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CONSUMER PROTECTION ACT – LIMITATION TO TAKE COMPLAINT- CAUSE OF ACTION EXPLAINED BY SUPREME COURT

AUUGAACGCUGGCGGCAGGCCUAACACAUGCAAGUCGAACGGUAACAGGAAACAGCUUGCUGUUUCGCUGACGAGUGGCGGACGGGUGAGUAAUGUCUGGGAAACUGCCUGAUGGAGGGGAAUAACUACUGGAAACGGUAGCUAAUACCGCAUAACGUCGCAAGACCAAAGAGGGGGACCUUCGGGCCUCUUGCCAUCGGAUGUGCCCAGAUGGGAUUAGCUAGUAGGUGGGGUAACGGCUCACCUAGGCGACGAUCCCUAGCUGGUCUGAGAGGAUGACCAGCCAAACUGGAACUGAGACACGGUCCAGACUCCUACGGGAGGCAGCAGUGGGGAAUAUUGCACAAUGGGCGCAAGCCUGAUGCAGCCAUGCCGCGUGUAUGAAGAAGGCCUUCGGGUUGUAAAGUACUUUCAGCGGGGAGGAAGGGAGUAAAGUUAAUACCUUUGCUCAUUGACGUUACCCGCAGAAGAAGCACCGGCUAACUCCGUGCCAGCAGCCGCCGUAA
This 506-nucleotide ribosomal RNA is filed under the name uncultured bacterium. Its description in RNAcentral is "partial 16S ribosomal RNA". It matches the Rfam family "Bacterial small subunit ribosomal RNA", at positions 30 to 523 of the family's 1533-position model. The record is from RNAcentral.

KANDIMALLA RAGHAVAIAH & CO. VS NATIONAL INSURANCE CO. & ANR. JUSTICE D.K. JAIN, JUSTICE R.M. LODHA Consumer Protection Act, 1986 - Section 24-A of the Act bars any fora set up under the Act, from admitting a complaint, unless the complaint is filed within two years from the date on which the cause of action has arisen. The provision expressly casts a duty on the Commission, admitting a complaint, to dismiss a complaint unless the complainant satisfies the District Forum, the State Commission or National Commission, as the case may be, that the complainant had sufficient cause for not filing the complaint within the period of two years from the date on which the cause of action had arisen. The term "cause of action" is neither defined in the Act nor in the Code of Civil Procedure, 1908 but is of wide import. It has different meanings in different contexts, that is when used in the context of territorial jurisdiction or limitation or the accrual of right to sue. Generally, it is described as "bundle of facts", which if proved or admitted entitle the plaintiff to the relief prayed for. Pithily stated, "cause of action" means the cause of action for which the suit is brought. "Cause of action" is cause of action which gives occasion for and forms the foundation of the suit. In the context of limitation with reference to a fire insurance policy, undoubtedly, the date of accrual of cause of action has to be the date on which the fire breaks out.

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